Fortunately, Visa and Mastercard have created open platforms for developers. Using APIs and software development kits, application developers can leverage data previously available only to the payment networks. This puts more power in the hands of retailers that want to have greater control of where and how payments are processed.

Walmart Pay was announced in December 2015, but the world’s largest retailer took its time and phased in the functionality across last summer to all of its stores. While Apple Pay and Android Pay rely on the near-field communications (NFC) chips built into smartphones, Walmart Pay has gone the route of using QR codes to enable payments. The technology behind Walmart Pay takes advantage of the smartphone’s camera feature to capture a QR code that initiates the payment, while the fingerprint reader available on most modern smartphones can be used to authorize payments. Walmart Pay was integrated into the retailer’s existing mobile app, which had a number of loyalty features already built in.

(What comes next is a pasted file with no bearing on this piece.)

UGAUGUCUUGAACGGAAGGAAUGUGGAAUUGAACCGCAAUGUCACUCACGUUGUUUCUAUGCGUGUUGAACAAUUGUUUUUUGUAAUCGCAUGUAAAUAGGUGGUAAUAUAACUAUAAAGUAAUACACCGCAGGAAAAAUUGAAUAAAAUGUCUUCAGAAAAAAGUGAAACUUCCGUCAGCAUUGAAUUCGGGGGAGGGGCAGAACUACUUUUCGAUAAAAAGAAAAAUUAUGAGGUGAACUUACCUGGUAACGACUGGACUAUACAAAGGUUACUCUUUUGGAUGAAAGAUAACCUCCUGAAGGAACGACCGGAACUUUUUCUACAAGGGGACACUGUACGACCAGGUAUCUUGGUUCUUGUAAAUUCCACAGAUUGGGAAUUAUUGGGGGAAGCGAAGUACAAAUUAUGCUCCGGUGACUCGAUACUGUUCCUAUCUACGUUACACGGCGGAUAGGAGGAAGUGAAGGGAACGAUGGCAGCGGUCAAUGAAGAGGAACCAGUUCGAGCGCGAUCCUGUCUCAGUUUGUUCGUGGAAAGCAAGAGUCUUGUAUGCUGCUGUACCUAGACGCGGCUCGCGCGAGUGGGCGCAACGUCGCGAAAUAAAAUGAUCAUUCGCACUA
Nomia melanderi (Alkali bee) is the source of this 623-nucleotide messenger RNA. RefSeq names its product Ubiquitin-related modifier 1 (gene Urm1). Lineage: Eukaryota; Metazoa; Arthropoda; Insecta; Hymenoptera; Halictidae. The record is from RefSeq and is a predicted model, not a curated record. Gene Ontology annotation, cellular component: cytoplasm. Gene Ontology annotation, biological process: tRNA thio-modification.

Walmart reports early adoption of the digital wallet has been going well. The company was somewhat surprised that Gen X and Baby Boomer women make up the largest segment of users, rather than the expected tech-savvy millennial males.

Kohl’s Pay is focused on the retailer’s desire to build loyalty. Kohl’s Pay enables Kohl’s private-label credit card holders to check out at the point of sale using their card. This is an example of a retailer providing a customer a convenience of mobile checkout, while at the same time retaining control over the method of payment. The result is greater use of Kohl’s private-label card, which is a lower-cost payment method for the retailer.

One of the challenges retailer-specific digital wallets could face is a saturation of apps in the market. According to the 2015 Colloquy Census, the average household holds memberships to 29 loyalty programs. Americans’ wallets are stuffed with loyalty and rewards cards, and keeping track of which ones we have can be difficult.

Starbucks has made its app an essential part of checkout; other retailers need to follow suit with well-designed applications that remove friction rather than turning mobile phones into a virtual pile of unused loyalty cards.

Mark Broderick is a Tampa, FL-based writer and analyst covering the financial services and payments industries.